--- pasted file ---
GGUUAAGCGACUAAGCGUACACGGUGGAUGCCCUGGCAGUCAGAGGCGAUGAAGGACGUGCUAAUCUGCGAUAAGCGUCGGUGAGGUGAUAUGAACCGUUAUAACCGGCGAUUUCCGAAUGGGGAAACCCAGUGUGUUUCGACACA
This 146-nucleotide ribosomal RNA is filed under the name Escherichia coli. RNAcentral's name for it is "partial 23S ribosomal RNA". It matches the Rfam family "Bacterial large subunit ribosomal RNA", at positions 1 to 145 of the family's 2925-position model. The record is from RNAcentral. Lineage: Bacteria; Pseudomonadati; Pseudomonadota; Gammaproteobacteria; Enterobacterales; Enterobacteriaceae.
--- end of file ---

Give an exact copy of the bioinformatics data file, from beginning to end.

GGUUAAGCGACUAAGCGUACACGGUGGAUGCCCUGGCAGUCAGAGGCGAUGAAGGACGUGCUAAUCUGCGAUAAGCGUCGGUGAGGUGAUAUGAACCGUUAUAACCGGCGAUUUCCGAAUGGGGAAACCCAGUGUGUUUCGACACA
This 146-nucleotide ribosomal RNA is filed under the name Escherichia coli. RNAcentral's name for it is "partial 23S ribosomal RNA". It matches the Rfam family "Bacterial large subunit ribosomal RNA", at positions 1 to 145 of the family's 2925-position model. The record is from RNAcentral. Lineage: Bacteria; Pseudomonadati; Pseudomonadota; Gammaproteobacteria; Enterobacterales; Enterobacteriaceae.